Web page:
Residential Life eliminates homesteading, introduces Living Learning Communities

| News Editor

The 2019-2020 Residential Life housing application will no longer feature “homesteading” for Loft residents and will introduce new Living Learning Communities.

Homesteading allowed students living in the Lofts the option to return to the same unit on the condition they were able to fill the unit with the same people. Residential Life previously made homesteading unavailable to students living in the other Northside areas last year.

Students walk by the Washington University Lofts. The 2019-2020 Residential Life housing application removes the option of homesteading for Lofts residents to result in a more fair housing selection process. ResLife also added an opportunity for students to live in new Living Learning Communities.Katie Ehrlich | Student Life

Students walk by the Washington University Lofts. The 2019-2020 Residential Life housing application removes the option of homesteading for Lofts residents to result in a more fair housing selection process. ResLife also added an opportunity for students to live in new Living Learning Communities.

According to Executive Director of Residential Life Kawanna Leggett, the decision to cut homesteading was made after data showed it decreased housing opportunities for other students.

“The majority of the students who picked the Lofts were actually picking to homestead in one-bedroom apartments. By allowing them to homestead, we were actually decreasing the chances for students to get a single apartment in the Lofts,” Leggett said. “We only had about eight people request homestead in last year’s process for the Lofts. So, the folks that identified homesteading as the option for them actually weren’t able to fill their apartments; and so, we had difficulty placing other students in those units once those folks applied for homestead.”

Leggett believes the elimination of homesteading will result in a fairer housing selection process by preventing students from monopolizing the same apartment.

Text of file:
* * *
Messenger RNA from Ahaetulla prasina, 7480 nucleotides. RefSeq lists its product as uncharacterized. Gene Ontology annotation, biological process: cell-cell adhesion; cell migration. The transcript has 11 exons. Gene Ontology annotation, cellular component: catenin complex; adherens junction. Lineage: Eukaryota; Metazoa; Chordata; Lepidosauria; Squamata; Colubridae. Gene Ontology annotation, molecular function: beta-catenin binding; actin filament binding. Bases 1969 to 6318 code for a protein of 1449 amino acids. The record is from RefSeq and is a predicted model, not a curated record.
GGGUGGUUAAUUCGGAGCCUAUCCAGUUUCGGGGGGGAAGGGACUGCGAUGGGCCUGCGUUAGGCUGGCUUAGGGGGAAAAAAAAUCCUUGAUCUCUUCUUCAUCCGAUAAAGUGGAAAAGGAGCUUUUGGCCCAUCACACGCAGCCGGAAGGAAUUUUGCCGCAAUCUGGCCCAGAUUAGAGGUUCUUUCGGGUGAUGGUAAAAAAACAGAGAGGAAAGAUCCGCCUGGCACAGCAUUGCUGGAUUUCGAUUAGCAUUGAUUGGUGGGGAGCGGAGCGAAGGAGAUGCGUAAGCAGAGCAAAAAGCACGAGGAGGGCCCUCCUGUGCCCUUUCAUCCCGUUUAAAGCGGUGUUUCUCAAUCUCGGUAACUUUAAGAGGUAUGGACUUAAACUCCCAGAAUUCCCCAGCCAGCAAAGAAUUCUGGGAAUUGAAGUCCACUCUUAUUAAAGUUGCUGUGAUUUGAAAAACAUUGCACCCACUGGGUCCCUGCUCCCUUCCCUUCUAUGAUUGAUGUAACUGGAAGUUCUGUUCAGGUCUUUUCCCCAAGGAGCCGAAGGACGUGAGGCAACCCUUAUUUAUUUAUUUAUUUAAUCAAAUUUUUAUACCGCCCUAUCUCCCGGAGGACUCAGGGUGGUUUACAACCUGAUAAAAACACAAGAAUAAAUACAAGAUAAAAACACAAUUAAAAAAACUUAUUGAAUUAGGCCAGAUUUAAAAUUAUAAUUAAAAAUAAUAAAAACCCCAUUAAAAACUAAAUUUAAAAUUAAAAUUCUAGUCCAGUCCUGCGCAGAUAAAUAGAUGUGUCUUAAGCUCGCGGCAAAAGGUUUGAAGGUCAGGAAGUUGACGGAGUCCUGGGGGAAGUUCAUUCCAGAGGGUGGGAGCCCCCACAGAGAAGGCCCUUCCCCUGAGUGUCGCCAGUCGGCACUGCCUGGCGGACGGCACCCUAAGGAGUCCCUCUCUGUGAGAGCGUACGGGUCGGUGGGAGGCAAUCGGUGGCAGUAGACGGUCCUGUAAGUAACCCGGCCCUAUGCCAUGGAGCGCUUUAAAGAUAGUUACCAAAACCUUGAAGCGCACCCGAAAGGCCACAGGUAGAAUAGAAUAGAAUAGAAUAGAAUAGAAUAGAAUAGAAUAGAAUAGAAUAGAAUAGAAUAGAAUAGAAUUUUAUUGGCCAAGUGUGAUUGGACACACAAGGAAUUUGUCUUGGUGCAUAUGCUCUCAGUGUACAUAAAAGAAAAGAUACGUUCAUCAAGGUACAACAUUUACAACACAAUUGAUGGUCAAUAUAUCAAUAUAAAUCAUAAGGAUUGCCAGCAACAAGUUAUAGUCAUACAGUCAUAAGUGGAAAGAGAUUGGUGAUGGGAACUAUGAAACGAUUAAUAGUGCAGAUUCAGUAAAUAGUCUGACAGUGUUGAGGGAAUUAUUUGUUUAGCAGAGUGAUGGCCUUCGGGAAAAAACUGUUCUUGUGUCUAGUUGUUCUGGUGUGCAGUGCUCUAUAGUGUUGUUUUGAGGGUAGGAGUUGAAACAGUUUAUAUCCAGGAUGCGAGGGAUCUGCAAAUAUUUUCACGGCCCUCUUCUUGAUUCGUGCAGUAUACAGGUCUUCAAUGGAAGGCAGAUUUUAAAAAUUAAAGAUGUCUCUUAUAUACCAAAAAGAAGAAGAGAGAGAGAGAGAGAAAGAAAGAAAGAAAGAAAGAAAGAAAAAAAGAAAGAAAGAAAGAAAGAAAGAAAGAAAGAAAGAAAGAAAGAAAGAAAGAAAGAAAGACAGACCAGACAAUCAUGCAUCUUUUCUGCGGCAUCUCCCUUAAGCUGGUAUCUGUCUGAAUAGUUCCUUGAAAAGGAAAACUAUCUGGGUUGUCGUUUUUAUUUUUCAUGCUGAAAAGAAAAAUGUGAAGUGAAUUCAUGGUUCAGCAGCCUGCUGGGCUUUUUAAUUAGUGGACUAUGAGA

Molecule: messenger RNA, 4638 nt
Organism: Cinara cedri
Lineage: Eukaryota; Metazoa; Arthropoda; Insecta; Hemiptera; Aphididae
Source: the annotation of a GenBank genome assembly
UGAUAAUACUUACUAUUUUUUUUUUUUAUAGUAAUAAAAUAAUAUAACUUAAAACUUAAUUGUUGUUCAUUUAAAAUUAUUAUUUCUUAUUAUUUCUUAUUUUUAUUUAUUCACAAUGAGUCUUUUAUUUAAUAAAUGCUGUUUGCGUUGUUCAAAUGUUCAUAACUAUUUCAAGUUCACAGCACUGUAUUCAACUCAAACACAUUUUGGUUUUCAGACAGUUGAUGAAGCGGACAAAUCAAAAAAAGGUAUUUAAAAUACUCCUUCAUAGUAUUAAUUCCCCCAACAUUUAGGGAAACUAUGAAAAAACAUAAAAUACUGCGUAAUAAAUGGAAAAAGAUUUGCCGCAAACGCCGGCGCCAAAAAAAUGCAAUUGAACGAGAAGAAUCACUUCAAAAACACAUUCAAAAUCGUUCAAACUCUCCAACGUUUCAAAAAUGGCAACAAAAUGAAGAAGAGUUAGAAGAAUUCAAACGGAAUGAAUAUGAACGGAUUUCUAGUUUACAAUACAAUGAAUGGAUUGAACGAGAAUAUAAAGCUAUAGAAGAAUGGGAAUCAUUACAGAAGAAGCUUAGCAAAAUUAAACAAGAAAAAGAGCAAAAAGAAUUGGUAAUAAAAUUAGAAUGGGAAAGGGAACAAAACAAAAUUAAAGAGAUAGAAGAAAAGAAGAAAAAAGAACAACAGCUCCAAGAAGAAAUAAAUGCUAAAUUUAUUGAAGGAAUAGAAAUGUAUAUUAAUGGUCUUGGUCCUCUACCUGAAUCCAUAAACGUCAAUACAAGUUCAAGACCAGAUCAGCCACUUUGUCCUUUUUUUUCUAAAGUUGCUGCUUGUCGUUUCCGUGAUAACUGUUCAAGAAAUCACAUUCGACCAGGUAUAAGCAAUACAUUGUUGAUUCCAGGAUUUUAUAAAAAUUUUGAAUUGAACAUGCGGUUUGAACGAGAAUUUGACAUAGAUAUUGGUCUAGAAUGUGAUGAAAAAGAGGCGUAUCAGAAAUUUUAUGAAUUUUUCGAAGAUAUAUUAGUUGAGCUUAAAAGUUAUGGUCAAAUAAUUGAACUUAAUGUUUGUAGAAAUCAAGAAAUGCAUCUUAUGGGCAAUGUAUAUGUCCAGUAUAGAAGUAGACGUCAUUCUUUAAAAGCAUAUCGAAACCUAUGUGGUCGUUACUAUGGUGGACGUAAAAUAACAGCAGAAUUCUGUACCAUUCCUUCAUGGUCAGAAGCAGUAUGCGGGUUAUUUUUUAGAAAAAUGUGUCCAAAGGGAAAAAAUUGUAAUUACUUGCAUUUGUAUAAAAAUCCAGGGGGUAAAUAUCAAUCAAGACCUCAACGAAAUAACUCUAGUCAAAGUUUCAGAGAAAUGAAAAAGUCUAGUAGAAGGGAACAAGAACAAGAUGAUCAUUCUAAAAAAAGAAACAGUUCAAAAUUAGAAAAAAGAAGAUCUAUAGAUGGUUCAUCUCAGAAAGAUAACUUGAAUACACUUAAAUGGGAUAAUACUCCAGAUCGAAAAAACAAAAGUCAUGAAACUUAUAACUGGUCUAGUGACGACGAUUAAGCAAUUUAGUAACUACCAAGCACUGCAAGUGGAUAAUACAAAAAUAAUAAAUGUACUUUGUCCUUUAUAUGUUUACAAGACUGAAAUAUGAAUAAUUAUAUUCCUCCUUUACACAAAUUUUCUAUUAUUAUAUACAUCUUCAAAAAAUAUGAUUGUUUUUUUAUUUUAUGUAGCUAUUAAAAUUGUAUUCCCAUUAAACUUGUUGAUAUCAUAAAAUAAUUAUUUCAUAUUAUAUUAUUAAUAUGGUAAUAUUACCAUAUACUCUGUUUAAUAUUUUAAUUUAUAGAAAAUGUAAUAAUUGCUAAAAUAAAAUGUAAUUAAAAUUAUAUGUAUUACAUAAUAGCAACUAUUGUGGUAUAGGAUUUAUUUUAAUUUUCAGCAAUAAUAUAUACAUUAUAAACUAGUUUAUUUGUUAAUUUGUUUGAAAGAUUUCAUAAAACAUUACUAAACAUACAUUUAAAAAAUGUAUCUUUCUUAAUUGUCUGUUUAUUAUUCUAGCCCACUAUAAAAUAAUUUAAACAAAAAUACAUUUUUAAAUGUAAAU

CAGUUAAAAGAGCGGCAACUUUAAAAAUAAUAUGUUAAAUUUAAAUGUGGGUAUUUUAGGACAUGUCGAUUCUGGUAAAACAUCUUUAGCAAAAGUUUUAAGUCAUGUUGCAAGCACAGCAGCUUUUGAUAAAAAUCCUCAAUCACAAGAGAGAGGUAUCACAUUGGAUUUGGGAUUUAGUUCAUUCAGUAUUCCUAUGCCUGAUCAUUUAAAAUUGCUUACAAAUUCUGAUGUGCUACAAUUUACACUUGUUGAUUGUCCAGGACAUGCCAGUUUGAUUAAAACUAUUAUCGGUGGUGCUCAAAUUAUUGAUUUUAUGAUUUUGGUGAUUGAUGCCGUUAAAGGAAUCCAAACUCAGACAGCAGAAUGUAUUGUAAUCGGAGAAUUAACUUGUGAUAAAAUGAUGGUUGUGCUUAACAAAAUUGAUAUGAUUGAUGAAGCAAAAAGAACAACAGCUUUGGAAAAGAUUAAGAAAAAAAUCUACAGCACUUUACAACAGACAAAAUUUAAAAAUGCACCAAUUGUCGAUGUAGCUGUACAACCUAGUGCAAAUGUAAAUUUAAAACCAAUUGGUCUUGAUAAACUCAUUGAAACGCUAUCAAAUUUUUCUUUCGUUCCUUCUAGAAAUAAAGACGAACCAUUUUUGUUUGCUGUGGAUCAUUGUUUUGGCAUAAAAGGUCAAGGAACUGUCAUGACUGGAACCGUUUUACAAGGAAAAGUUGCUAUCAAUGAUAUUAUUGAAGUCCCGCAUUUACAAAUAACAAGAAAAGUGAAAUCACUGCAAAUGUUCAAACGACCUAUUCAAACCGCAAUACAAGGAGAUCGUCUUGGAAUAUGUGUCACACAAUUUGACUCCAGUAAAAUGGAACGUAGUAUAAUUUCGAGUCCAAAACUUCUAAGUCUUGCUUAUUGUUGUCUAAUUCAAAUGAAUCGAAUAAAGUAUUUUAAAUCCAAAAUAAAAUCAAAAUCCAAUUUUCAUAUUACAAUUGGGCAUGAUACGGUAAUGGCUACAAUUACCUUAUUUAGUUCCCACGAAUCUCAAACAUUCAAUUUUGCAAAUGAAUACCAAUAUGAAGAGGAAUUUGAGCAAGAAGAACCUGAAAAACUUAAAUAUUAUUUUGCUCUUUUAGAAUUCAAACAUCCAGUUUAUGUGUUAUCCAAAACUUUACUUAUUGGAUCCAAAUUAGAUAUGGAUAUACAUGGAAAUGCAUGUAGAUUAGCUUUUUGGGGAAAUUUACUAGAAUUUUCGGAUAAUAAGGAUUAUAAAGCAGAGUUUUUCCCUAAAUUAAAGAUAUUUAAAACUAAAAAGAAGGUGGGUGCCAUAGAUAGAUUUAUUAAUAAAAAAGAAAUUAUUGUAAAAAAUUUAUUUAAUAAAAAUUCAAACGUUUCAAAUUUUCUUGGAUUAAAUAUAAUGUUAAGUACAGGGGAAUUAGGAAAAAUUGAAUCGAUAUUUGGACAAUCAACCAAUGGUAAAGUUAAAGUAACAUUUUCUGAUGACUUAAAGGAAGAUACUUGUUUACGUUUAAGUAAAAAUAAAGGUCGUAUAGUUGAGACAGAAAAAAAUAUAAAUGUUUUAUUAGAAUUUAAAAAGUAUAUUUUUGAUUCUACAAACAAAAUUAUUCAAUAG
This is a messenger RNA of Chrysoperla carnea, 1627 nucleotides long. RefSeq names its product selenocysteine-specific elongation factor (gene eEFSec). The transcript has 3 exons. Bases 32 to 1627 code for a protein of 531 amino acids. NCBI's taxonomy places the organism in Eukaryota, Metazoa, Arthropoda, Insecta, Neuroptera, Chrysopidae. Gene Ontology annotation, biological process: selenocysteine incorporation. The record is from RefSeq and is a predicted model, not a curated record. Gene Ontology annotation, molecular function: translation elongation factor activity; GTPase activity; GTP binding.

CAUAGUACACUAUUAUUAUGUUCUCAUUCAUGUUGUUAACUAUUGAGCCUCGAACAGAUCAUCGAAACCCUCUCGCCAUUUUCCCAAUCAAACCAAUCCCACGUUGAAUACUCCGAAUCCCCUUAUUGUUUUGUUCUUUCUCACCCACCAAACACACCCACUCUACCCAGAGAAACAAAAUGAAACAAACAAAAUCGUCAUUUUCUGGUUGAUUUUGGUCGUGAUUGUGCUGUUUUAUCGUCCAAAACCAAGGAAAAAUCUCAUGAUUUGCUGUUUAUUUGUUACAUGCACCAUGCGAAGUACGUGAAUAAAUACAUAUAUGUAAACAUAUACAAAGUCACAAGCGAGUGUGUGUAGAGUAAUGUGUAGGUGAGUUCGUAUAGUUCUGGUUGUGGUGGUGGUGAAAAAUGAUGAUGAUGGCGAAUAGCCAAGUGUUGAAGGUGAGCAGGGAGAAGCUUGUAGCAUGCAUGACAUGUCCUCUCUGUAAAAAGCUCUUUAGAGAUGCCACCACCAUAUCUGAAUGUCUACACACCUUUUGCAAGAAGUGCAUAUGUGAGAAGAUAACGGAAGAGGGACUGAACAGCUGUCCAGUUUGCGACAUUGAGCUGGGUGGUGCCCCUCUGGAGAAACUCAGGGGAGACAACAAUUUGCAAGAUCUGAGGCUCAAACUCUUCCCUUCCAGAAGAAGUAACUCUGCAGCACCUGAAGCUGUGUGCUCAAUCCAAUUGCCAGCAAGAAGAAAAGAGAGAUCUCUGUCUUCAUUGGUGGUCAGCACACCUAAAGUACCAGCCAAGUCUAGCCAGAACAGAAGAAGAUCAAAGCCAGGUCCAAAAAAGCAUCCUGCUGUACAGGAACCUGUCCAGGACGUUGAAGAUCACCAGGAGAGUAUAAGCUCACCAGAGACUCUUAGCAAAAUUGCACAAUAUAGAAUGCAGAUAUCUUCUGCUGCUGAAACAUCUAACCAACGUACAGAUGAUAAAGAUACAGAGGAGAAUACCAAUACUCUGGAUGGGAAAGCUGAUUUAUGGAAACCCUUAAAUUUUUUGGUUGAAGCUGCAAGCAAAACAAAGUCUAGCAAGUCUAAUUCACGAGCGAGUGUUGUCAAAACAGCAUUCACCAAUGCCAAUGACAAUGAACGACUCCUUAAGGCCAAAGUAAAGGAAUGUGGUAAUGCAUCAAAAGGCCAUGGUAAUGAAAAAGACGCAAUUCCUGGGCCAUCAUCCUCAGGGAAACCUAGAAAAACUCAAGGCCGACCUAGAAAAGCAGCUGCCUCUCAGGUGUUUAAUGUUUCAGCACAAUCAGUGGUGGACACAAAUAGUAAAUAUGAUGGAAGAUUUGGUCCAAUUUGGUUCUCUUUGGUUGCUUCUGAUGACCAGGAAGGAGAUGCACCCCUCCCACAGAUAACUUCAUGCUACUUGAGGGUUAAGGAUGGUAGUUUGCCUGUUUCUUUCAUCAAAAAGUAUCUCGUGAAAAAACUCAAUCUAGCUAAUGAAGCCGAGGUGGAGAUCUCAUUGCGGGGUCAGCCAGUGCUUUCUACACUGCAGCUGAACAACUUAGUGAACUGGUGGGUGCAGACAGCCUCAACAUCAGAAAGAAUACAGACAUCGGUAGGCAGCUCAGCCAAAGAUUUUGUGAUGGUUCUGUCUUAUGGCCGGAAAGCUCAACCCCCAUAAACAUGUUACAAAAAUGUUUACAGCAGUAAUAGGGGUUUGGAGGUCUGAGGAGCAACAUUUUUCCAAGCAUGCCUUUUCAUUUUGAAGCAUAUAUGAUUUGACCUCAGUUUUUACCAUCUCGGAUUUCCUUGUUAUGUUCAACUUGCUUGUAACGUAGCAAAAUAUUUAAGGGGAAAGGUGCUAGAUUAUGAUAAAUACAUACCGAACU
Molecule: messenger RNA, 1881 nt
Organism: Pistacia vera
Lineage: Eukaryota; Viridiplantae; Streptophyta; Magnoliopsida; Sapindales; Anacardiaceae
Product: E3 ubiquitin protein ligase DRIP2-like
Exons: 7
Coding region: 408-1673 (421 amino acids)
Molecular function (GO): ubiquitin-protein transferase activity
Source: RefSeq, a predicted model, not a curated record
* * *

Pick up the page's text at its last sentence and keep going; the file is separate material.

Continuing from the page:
“As an effort to increase the chances for students to have opportunities to stay in our single apartment Lofts, we did make the decision to remove homesteading as an option,” Leggett said. “We wanted to make this as fair as a process for students who are choosing Lofts as an option for housing selection.”

Loft resident sophomore Nicholas Jarvis feels indifferent towards the decision to cut homestead.

“I don’t care because I want to get a better apartment,” Jarvis said.

Residential Life is also introducing two new Living Learning Communities, in addition to continuing the Hamsini Living Learning Community, which will remain in House 5 for the next academic year.

“These Living Learning Communities are based on a theme where a teacher will place students into a community where living and learning happen,” Leggett said. “We’re excited to continue to have Hamsini as a Living Learning Community and also to allow students to design their own Living Learning Community. Additionally, we are partnering with Women and Gender Studies to introduce Women in STEM as a Living Learning Community.”

According to Associate Director of Residential Life and Director of Housing Operations Will Andrews, Residential Life is also instituting a change in the process to deter students from breaking housing agreements.

“We also made the process where once you pick a process, you have to stick to that process, to make it as fair as it can be. If a student selects that they’re going to participate in a Living Learning Community and they’re approved for a Living Learning Community, they have to accept that offer to be in a Living Learning Community or they go to the back of the line,” Andrews said. “It’s no different from a student who selects to be in our residential college process.”

In an effort to make the housing selection process more transparent and comprehensible to students, Residential Life will continue to host information sessions, roommate mixers and will publish informational videos.

“I’d encourage all of our students to take advantage of the info sessions. Shortly before we get into the depth of housing selection in February, we’re actually going to roll out a step by step video,” Leggett said. “[The video] will be about three minutes to really share what it looks like to go through the housing selection process. We’re really trying to increase our transparency in terms of info sessions and rolling out videos to be a little bit more interactive, too.”

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